Monthly Archives: June 2008

#51: Don’t Go Thinking This Is Normal

Do you remember the first time you saw a naked old person? There you were, all young and smooth-skinned and tight-bodied, thinking that was normal because you looked like everybody on TV. And then there was the shock of how different the old person looked: big gut, droopy boobs, wobbly butt, ewwww.

Except now that you’re the wobbly, droopy old person, it’s all too easy to start thinking you look normal. Everybody’s stomach sticks out like that! All thighs come packed with cellulite, everyone has a fupa.

Except they don’t. I’m not saying your body has to look like a 28-year-old’s; I’m just asking that you be realistic about the changes time has wrought. And please, at the beach this summer, don’t subject me to that gut flopping over a Speedo.

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Weekend Review: I’m Not Going To Stop and I Can’t Make Me

Now that How Not To Act Old has hit the 50-post mark, there’s too much here for any of us to keep in our heads. Especially me.

Therefore, I bring you the Weekend Review, in which I digest (and no, that is not a digestion discussion) the messages of previous posts, for those of you who are too lazy, too addled, too busy, or too forgetful to do it yourself.

Our first topic: Ways we’re not going to stop acting old, no matter what anybody (including a noted authority such as myself) says.

There’s some misconception that the message of HNTAO is that you’ve got to quit doing everything outlined here, no matter how much you like it. That’s not true. Rather, what I’m saying is that you should know that doing these things equals acting old, but you might want or need to do them anyway. My personal list of what I won’t or can’t stop doing:


#28:Listening to Springsteen — I genuinely believe Bruce is a genius. Plus, his hero is Philip Roth, who’s one of my heroes too. Plus, how could I work out without Bruce? You might be able to persuade me to offload my Motown, my reggae, my Donna Summer. But I’m forever strapped around Bruce’s engines.

#42: Reading — Come on, guys, did you really think I was serious about this one? Though as time goes on I find myself, like the rest of America, reading less and writing more.

#37: Throwing Dinner Parties — I received several (okay: one) impassioned pleas on this subject from valued dinner party guests. Don’t worry, I won’t stop. But once this blog starts turning big money, I’m hiring a cook.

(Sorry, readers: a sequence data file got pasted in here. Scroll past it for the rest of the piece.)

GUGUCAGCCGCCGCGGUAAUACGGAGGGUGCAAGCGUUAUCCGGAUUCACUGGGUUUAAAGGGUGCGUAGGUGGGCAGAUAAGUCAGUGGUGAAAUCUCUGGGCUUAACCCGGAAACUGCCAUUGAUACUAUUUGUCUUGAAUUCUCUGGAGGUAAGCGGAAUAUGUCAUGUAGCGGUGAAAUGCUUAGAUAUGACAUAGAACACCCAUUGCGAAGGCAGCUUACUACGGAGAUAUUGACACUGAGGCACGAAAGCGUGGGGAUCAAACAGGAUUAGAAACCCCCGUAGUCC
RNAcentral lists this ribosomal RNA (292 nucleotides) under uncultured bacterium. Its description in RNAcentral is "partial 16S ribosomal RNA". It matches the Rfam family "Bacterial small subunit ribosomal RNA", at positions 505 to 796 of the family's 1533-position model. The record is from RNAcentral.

#17: Drinking Cosmos — I know better than to order them in public anymore, and bars have started using a too-sweet mix. But in the privacy of my own home, the frozen Cosmo is turning into the drink of the summer: fresh-squeezed lime, a splash of cranberry juice, a little simple syrup, lots of vodka, and ice in a blender. Mmmmm.

#46: Hoping Lauren Conrad Will Go Away — Sorry, LC. Nothing personal. But one of the few good things about being in my 80s will be that I’ll no longer see your face on every cover.

#30: Emailing — I’d rather give up my Saturday night sex date.

#48: Man-Bashing — I love men, I really do. But since women of my generation didn’t get Title IX, this became our sport instead. And I need my workout.


#21: Leaving Messages — Too convenient.

#9: Planning — Too enamored of security.

#29: Eternal Dieting — Too enamored of both eating and looking good.

#41: Being Excited About Mondays — I love to work, and unless I’m forced to become a poodle-groomer, I don’t think that’s going to stop any time soon.

#49: Curbing My Cynicism — Definitely too late to become more innocent, plus skepticism and negativity are among my most adorable traits!

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#50: No, That Was Not Mary-Kate and Olsen You Saw On The Number 66 Bus

First off, it’s Mary-Kate and Ashley. Secondly, you can too tell them apart. Mary-Kate is a little shorter, skinnier, darker-haired and all-over pointier: that’s her on the right in the photo. And if that still isn’t clear, in breaking news Spencer Pratt told UsWeekly that Mary-Kate is “the less cute twin.”

The Olsen twins, for those who spent the past few decades on the planet Xebo, jointly played the baby on Full House and went on to become billionaires by doing something visible only to 11-year-old girls. And while they certainly seem to be everywhere, everywhere does not include your suburban commuter bus. Nor did you see one or both of them in your local pizza parlor (they subsist on air) or trying on shoes in Sports Authority.